Repairing a toilet is usually easy and cheap, but it can quickly become boring and expensive if you keep doing it regularly. If you constantly replace the same parts (or face problems with other components), perhaps it’s time to replace your closet.

The tip doesn’t apply to small issues like accidentally flushing an object down the drain pipe. But if the same problems keep reoccurring, it is time to change something in your bathroom.

Constant Clogging Issues

Facing toilet clogs is one of the most annoying experiences in life, so it’s important to deal with the problem quickly. It shouldn’t happen more than once in a few years, but multiple clogs in a short timespan indicate a bigger problem.

If you have to unclog your toilet frequently, there must be something wrong with its design or structure. It’s a signal telling you that it’s time to replace your old model with one of the newer toilets that prevents clogging.

Poor Flush System

Another sign that it’s time to purchase one of those modern toilets is a poor flush system. If the poop sticks to the toilet bowl after flushing, don’t hesitate to buy a better toilet with a powerful flush mechanism.

Water Efficiency

Is your toilet eco-friendly, or is it wasting too much water per flush? That’s a crucial question to know the answer to. Your toilet compromises water efficiency when it consumes more than 1.6 gallons per flush.

This is mainly the case with older toilets because their design requires excess water consumption, even for liquid waste. For instance, all toilets older than 20 need at least three gallons per flush, drastically increasing your water bill. 

It’s a serious water consumption level that should convince you to install a new toilet as soon as possible.

Aesthetics

Let’s be honest — sometimes it’s good to make a change, especially if old toilets look ugly. It’s not the primary reason why you should replace your toilet, but it’s valid.

You don’t have to do it right away, so try and wait for the next bathroom remodeling project. Consider installing a sleek and modern toilet — it requires less space and looks aesthetically pleasing.

Water Leakages

Another reason to replace toilets is to prevent constant water leakages. Your toilet may leak at its base or somewhere around rusted tank bolts. In each case, the only reasonable solution is to buy a new item.

A new toilet will help you get rid of moisture, reduce water consumption, and refresh the bathroom’s overall appearance. It will also save the time you’d take to deal with continuous leaks. 

Your Toilet Is Wobbling

One of the obvious signs that you need a change is a wobbly toilet. The bowl shakes when you sit on it, and the tremors increase over time. If adjusting the bolts doesn’t help, the toilet probably demands too much attention.

Sometimes you’ll fix a wobbly toilet, but it starts moving again after a while. In this case, the finest option is to install a new toilet and prevent future issues.

Rust and Corrosion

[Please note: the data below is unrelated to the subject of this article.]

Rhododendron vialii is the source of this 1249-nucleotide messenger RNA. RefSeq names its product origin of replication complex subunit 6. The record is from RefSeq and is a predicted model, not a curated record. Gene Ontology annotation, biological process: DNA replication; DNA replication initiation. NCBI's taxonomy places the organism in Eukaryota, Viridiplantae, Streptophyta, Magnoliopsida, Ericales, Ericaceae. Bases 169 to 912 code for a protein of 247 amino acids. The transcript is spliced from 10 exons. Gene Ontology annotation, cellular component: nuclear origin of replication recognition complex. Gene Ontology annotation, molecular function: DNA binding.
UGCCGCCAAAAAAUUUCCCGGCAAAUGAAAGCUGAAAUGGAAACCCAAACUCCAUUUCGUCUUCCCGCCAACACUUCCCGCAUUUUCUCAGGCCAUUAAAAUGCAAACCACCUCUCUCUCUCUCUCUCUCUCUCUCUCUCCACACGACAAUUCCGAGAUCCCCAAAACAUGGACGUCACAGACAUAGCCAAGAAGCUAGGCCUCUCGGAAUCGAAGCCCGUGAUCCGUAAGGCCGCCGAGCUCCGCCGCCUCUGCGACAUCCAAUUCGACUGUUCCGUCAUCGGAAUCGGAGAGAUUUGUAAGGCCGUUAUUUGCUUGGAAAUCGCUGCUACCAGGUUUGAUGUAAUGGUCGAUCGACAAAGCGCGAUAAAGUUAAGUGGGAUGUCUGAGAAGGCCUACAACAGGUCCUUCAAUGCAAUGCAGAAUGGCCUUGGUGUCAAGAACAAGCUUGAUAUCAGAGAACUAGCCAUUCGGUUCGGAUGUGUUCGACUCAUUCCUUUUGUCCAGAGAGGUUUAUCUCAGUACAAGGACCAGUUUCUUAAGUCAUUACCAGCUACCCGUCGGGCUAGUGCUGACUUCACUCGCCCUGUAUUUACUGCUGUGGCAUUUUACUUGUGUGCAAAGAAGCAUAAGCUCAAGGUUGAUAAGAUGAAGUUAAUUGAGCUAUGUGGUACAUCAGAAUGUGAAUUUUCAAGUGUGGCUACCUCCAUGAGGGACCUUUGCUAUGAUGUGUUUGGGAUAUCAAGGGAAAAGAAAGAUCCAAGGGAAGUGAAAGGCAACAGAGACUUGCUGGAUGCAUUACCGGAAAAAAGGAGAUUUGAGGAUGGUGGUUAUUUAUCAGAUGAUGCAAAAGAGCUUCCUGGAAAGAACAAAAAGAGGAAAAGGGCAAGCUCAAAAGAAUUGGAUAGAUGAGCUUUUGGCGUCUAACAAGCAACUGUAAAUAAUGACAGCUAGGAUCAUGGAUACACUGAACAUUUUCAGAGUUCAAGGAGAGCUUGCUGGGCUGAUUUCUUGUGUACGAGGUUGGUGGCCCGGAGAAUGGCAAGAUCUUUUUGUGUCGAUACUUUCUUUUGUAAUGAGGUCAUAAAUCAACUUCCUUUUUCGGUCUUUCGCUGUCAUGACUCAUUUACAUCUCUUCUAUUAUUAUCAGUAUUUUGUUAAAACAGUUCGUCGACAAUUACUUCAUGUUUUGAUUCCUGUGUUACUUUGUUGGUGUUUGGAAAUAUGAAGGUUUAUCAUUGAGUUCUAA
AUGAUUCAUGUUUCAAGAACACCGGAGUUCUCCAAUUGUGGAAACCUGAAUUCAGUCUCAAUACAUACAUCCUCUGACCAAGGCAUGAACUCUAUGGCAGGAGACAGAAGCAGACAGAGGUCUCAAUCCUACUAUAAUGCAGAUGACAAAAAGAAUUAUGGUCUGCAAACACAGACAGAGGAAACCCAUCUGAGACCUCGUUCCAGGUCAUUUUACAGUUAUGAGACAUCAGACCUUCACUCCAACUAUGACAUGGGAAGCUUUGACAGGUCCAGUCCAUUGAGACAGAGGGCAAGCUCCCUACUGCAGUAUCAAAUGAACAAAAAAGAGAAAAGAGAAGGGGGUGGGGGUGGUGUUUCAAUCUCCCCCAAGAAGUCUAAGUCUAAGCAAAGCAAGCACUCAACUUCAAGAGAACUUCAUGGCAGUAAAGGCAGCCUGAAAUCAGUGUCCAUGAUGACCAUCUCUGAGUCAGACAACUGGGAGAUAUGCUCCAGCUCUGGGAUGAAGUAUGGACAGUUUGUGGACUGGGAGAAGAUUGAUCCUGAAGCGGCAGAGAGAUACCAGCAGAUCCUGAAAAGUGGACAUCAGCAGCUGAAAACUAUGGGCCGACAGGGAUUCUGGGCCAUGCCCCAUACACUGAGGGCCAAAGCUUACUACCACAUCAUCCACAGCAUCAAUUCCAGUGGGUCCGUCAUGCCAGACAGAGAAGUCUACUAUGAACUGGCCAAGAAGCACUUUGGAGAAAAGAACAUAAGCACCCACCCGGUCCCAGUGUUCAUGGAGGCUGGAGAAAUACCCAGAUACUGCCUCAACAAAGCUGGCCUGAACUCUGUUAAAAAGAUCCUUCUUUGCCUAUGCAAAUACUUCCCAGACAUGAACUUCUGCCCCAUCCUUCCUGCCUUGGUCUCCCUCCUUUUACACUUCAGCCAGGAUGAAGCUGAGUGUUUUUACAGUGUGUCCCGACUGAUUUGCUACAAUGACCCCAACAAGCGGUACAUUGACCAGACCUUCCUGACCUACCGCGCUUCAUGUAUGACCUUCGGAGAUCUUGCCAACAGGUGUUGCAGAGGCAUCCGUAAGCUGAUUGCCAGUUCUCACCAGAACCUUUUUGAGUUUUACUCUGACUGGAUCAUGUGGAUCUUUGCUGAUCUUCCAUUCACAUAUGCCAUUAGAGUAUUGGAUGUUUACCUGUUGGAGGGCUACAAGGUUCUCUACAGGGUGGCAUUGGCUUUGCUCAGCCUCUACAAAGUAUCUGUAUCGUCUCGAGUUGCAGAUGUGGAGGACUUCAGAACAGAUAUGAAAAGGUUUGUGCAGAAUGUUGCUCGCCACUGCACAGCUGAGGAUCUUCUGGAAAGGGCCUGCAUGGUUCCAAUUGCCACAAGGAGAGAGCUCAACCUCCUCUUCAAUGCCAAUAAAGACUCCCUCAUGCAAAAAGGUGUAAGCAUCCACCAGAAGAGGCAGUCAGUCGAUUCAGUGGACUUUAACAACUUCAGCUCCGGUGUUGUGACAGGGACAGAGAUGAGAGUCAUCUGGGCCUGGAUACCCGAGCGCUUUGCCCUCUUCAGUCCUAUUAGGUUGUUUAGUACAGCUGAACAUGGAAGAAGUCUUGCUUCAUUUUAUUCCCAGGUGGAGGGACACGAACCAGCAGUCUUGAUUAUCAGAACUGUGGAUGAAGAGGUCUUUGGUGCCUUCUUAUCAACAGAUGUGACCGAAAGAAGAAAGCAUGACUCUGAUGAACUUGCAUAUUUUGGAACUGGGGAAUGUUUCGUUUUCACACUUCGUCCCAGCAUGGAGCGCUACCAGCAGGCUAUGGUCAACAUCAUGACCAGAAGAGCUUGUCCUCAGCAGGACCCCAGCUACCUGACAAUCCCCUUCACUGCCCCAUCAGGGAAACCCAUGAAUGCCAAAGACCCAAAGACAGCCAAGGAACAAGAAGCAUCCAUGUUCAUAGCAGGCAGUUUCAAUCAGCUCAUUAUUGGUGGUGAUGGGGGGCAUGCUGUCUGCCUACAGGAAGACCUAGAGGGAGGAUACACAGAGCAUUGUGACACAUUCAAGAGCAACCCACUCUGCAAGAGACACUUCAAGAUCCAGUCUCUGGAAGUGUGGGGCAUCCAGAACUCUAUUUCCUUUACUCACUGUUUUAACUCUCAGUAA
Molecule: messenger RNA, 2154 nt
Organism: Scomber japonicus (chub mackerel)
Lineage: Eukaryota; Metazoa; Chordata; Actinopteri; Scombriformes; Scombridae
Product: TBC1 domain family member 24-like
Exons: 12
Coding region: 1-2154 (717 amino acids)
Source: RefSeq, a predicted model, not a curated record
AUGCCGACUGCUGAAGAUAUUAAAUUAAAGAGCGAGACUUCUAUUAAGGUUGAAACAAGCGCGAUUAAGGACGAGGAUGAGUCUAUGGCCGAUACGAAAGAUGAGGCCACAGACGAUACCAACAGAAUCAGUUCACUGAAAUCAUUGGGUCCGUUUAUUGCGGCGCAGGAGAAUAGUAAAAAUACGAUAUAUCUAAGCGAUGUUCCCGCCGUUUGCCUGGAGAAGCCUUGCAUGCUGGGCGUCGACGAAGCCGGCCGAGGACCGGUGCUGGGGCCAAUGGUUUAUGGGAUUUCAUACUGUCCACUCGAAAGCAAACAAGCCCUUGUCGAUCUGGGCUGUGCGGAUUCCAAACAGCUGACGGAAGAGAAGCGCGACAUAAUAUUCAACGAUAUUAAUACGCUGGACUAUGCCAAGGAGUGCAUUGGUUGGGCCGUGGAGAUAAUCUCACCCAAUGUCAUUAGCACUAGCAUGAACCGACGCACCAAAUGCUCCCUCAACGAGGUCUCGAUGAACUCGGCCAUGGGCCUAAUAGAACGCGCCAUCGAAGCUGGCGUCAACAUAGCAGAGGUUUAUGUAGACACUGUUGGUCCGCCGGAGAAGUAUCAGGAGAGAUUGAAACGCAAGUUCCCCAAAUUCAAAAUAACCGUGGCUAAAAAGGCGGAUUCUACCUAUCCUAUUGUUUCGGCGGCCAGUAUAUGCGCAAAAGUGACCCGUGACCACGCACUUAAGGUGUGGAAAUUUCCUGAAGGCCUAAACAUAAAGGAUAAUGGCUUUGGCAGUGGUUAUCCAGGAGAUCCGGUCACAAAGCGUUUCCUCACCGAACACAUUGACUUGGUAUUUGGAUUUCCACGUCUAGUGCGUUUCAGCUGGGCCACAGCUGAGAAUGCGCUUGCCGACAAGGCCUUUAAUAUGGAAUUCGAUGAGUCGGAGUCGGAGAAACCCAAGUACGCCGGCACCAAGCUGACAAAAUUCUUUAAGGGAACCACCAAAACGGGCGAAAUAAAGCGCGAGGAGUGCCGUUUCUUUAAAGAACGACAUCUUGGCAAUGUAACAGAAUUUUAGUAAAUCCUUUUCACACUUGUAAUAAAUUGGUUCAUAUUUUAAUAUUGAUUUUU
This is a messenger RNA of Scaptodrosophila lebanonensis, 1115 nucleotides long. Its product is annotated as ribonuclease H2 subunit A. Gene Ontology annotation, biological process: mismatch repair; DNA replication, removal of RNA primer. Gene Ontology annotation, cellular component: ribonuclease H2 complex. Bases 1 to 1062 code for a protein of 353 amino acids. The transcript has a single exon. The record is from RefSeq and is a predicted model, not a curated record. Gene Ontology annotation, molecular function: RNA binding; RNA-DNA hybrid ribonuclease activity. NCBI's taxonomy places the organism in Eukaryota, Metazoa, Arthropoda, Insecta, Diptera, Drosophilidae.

Rust and corrosion are your toilet’s archenemies. They can harm metal elements in the plumbing system, creating dirt and causing hairline cracks on some occasions.

If they pile up to make your toilet water brown, you can invest in a newer system that removes the debris and looks crystal clear.

High-Tech Innovations and Upgrades

Finally, you can replace the old toilet with a modern version that offers multiple upgrades. Smart bathroom gadgets penetrated the toilet market, so you can find smart toilets with heating systems, electronic displays, and sensors.

For instance, Kohler’s dual-flush intelligent toilet comes with many additional features. These include heated toilet seats, night light, hands-free opening/closing, automatic flush, and a touchscreen remote.

How Long Does a Toilet Seat Last?

Another component of your toilet is the seat, but its lifespan can’t compete with the closet’s life expectancy. If you clean it properly, the toilet seat will serve you well for at least five years. However, it also depends on factors like:

  • Toilet seat materials such as plastic or wood
  • The way you use it — are you sitting still or moving while using the toilet 
  • Closing the toilet seat with too much force

The Bottom Line

So how long do toilets last?

It can go anywhere between 10 and 50 years. The bottom line is that you should keep your closet clean, maintain it properly, and replace worn-out parts. That way, you will surely enjoy a comfortable toilet for decades.

FAQ

How often should you replace the toilet?

If it works well, you don’t need to replace the entire toilet for decades. That means your toilet can serve you at least 20 or 30 years — even more if you take care of it. The only reason to change it sooner is to refresh your bathroom.  

How do you know when a toilet needs replacing? 

Several things indicate an urgent toilet replacement. These include continuous water leakages, weak flushing, slow refilling, rust, and other signs of malfunctioning. This is what usually causes toilet replacement.